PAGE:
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March 6, 2012 / Siobhan Argent

The Fallen Tree – La Mama Theatre


Born from the ashes of Black Saturday, Christine Croyden’s The Fallen Tree addresses the writhing, shape-shifting concepts of loss and love in a landscape rubbed raw by various instances of disaster.

Set in the bushfire-ravaged region of Black-Saturday Victoria, death is a topic that The Fallen Tree constantly recalls. Young Hannah (Libby Gott) is suffering after the death of her mother ten months ago. Her sister, long affected by an eating disorder, is absent but nonetheless revived by Hannah as she discusses her life with neighbour Claire (Bridgette Burton). While Hannah busies herself piling up the dry limbs of a fallen tree for a burn off, it becomes clear that the lives of these two women are much more closely intertwined with that of Hannah’s stepfather (Jonathon Dyer) than they care to admit.

Director Wayne Pearn has wisely decided to hold back the melodrama. It means that this is a slow-burn play that fires up suddenly, with little forewarning, and is very effective as a result. Much like the Black Saturday bushfires, the story of The Fallen Tree is destined to leave a trail of destruction in its wake. As the lives of the trio gradually begin to wrap around each other, The Fallen Tree explores who really holds the power in a relationship, and whether a short, sharp descent is better or worse than a slow decline.

The cast were well-chosen, each ably reflecting their characters motivations and the uncomfortable reality of their psyches. Gott plays Hannah as someone gutsy but horribly vulnerable in the aftermath of her mother’s death. Having my own experience with the communities of bushfire-ravaged areas, Gott comes across as an incredibly authentic rural-born character; she is bruised and emotionally raw, and angry if she feels she has betrayed even the slightest vulnerability.

Dyer too, is deliciously calculating in his interactions with the two women. The audience watches him writhe from charming to twisted in mere seconds. Dyer’s character certainly draws the eye in every scene he’s in, simply because the audience is aware he is someone that cannot be trusted.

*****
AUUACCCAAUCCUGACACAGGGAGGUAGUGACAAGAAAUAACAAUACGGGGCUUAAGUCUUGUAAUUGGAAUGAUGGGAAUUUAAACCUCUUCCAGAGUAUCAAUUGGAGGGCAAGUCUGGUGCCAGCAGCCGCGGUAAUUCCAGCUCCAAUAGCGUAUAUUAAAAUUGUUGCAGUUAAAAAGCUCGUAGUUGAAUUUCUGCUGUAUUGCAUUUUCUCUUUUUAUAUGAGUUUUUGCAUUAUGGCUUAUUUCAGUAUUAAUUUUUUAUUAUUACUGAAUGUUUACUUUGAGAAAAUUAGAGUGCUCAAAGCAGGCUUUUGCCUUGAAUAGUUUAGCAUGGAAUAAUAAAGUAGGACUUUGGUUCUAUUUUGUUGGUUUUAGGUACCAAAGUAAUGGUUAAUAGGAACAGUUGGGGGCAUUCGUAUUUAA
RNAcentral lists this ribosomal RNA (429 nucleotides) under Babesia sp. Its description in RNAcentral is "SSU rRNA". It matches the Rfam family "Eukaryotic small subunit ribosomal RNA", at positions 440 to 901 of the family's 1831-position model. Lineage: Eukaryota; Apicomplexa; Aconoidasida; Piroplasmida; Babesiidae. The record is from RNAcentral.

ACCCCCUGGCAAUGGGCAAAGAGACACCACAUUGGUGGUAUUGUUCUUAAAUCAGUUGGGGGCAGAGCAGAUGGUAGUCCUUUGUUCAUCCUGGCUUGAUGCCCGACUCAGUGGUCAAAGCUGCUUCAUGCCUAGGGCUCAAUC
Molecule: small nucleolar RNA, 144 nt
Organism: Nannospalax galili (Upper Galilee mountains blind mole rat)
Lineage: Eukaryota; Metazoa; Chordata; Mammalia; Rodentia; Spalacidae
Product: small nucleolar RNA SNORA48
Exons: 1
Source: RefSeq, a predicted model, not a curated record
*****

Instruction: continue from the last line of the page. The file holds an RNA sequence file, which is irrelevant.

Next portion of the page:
Burton plays Claire as a woman who is self-aware and mostly in-control, but overwhelmed by loneliness and fear. Burton doesn’t overdo a role that is somewhat susceptible to melodrama; she saves raising her voice for moments that do require an injection of force, allowing the moments where she crumbles to be magnified by difference. It makes her interactions with Dyer all the more interesting, as she doesn’t appear to be a woman who is often easily fooled.

The Fallen Tree is an unexpectedly nuanced play for something that only runs for 70 minutes. There’s plenty for audience members to infer, and even if you don’t get time to grasp it all, you’re left with the pleasant sense that write Christine Croyden enjoys twisting the knife sharply and suddenly, forcing the audience to question whether it is even possible to truly know someone until you’ve seen the journey they have taken.

This season ran from Feb 15 – March 4, 2012, at La Mama Theatre, Faraday Street, Carlton.

The Fallen Tree:

Written by Christine Croyden
Directed by Wayne Pearn
Performed by Libby Gott, Bridgette Burton and Jonathon Dyer
Design by Alice Bishop
Lighting Design by Lindon Blakely
Stage Manager: Julie-Anne Donnellan

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